Green ‘Devil Comet’ Could Be Visible During April 8 North American Solar Eclipse

A Green Comet In Space

Photo: thomasroell/Depositphotos (Not a photo of the actual comet.)

People throughout the continent of North America will be able to observe a solar eclipse on April 8. An even luckier few will be able to experience a total solar eclipse, dubbed the Great American Solar Eclipse by experts. But in addition to the beauty of the eclipse, a several-mile-long meteor may show up in photos prior to the event. Even better, if the meteor explodes before the sun is completely covered, it may be visible to the naked eye.

The comet, which is named Comet 12P/Pons-Brooks (12P), is approximately 10.5 miles wide, about the size of a city. During the comet's early eruptions, it spewed gas and dust in the shape of horns, earning 12P the demonic nickname of the ‘devil comet.' (Others joked that the comet bore a striking resemblance to the Millenium Falcon from Star Wars, but it is possible that this nickname was copyrighted.)

Despite the threatening name, however, the ‘devil comet' is not dangerous. It orbits the sun once every 71.2 years, and even at its closest point, it is still further away than our sun, posing no threat to Earth. Instead, stargazers should look forward to the unique phenomena, as the comet gives off beautiful green light.

Those interested in observing the eclipse and catching a glimpse of the ‘devil comet' should invest in some official eclipse glasses, as looking at the sun directly during the astronomical event could result in permanent eye damage. It is important to remember that the only time the sun is safe to look at during an eclipse is at the point of “totality” or when the sun is entirely covered.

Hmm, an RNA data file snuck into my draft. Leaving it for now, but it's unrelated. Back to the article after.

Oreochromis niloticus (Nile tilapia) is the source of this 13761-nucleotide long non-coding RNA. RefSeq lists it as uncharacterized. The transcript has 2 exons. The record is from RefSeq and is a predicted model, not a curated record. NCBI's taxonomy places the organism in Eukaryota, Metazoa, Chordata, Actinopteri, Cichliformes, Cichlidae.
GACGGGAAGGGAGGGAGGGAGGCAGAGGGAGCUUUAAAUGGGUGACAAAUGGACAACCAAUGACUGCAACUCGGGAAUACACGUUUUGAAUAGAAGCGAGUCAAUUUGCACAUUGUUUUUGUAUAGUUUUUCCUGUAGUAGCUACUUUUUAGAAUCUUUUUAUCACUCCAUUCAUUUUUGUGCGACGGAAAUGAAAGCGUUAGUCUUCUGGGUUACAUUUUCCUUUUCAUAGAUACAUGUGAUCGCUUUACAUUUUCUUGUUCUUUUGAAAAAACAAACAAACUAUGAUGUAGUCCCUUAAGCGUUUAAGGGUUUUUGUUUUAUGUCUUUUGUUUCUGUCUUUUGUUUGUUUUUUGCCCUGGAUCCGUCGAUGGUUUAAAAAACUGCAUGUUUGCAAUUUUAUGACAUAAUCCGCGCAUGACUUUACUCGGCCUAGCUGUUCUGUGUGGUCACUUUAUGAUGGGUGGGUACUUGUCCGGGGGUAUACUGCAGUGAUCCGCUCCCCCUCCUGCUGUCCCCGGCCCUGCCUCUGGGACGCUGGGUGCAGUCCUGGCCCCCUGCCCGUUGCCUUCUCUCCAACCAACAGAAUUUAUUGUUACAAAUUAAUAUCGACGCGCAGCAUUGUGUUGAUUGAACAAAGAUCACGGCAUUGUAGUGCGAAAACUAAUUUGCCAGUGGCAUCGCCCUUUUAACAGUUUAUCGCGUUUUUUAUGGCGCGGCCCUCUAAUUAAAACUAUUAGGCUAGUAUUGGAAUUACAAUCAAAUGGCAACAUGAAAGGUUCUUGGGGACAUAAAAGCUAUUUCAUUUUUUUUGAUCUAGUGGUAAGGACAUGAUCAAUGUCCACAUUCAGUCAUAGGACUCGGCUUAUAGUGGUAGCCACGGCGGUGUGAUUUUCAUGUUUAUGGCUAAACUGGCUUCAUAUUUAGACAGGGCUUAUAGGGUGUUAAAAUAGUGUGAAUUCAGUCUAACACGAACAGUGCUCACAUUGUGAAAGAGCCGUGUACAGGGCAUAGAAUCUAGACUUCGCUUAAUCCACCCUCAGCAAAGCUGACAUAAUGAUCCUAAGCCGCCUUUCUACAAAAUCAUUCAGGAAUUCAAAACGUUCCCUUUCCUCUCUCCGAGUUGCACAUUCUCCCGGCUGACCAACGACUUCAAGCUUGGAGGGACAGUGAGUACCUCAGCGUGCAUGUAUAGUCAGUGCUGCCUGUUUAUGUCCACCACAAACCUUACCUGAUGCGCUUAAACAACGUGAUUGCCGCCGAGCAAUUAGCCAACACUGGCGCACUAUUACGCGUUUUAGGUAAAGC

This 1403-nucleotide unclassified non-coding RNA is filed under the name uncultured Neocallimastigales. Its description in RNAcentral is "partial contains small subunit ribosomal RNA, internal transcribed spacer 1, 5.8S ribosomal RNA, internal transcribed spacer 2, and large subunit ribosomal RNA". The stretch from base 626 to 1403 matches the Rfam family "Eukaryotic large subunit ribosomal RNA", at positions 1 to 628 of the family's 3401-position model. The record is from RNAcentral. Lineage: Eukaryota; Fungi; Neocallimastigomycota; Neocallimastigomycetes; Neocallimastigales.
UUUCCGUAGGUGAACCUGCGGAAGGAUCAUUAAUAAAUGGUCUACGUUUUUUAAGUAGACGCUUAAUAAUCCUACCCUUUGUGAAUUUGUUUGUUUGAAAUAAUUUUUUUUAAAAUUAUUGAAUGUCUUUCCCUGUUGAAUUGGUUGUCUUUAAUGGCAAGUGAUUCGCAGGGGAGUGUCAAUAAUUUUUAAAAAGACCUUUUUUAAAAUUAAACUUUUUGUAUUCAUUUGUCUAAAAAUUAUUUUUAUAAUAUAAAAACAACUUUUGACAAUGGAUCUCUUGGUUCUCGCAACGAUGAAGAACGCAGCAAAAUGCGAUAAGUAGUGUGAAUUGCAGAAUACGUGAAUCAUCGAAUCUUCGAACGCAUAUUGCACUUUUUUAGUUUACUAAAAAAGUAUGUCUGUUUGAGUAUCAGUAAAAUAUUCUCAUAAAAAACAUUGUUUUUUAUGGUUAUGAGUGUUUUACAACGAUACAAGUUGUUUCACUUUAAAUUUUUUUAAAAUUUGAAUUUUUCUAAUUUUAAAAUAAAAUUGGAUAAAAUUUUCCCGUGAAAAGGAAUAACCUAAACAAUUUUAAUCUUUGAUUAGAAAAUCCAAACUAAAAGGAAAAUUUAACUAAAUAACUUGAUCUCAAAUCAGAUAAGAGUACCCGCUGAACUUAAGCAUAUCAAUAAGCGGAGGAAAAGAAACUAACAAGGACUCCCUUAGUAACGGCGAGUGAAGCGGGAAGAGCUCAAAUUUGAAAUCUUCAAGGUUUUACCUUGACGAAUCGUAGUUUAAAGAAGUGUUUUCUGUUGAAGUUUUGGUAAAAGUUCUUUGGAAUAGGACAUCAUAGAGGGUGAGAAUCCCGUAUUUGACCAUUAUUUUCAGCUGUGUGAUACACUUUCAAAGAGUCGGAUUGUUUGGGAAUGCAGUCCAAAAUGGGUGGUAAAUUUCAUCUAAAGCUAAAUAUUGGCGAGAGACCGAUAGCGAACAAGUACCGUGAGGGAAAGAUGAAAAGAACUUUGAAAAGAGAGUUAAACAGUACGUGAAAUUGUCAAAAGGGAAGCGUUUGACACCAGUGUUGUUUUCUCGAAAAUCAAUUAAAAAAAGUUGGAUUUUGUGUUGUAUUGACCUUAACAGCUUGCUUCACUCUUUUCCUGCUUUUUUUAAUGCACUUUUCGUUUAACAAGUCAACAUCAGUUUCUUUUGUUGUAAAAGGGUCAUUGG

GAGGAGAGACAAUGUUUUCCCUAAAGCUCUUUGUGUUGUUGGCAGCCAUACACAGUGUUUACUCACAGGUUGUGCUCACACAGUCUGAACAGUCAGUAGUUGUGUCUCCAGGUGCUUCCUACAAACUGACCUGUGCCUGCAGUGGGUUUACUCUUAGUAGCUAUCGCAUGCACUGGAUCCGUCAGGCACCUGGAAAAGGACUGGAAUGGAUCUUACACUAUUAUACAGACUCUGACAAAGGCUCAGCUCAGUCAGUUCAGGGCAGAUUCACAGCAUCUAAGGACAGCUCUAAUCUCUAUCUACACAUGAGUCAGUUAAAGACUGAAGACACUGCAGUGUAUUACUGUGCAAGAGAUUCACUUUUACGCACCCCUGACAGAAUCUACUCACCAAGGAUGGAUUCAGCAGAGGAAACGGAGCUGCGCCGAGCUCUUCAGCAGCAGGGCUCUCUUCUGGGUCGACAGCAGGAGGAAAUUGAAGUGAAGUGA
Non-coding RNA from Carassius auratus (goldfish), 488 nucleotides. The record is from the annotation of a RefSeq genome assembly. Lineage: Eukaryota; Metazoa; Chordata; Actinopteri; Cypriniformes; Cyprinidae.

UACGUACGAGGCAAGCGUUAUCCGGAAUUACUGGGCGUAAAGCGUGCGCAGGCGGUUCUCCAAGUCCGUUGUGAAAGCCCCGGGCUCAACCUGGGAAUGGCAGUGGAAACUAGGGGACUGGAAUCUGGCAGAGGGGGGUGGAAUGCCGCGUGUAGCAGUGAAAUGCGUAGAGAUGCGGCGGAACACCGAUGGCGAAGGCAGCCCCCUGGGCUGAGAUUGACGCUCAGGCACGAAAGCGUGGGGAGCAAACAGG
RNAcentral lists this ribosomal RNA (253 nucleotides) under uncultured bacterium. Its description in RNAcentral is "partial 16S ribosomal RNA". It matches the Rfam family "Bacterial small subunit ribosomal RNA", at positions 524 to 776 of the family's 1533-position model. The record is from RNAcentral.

A rare green ‘devil's comet' may be visible during the Great North American Solar Eclipse on Monday, April 8.

Solar Eclipse

Photo: oorka5/Depositphotos

h/t: [Live Science]

Related Articles:

Professional Photographer Shares How to Photograph the Great North American Solar Eclipse Safely [Interview]

Artist Spends 10 Days Recreating the Spectacular Sight of a Solar Eclipse

Perfectly Timed Photo Frames a Solar Eclipse Around a Man Leading a Camel in the Desert

Incredible Photo of a Sunrise During a Solar Eclipse Looks Like the Ocean Has Horns

Sarah Currier

Sarah Currier is a Contributing Writer at My Modern Met. Based in central Iowa, she is currently enrolled at Iowa State University and is working toward a BA in Journalism and Mass Communication with a minor in English. She loves all things creative, and when she’s not writing, you can find her immersed in the worlds of television, film, and literature.
Become a
My Modern Met Member
As a member, you'll join us in our effort to support the arts.
Become a Member
Explore member benefits

Sponsored Content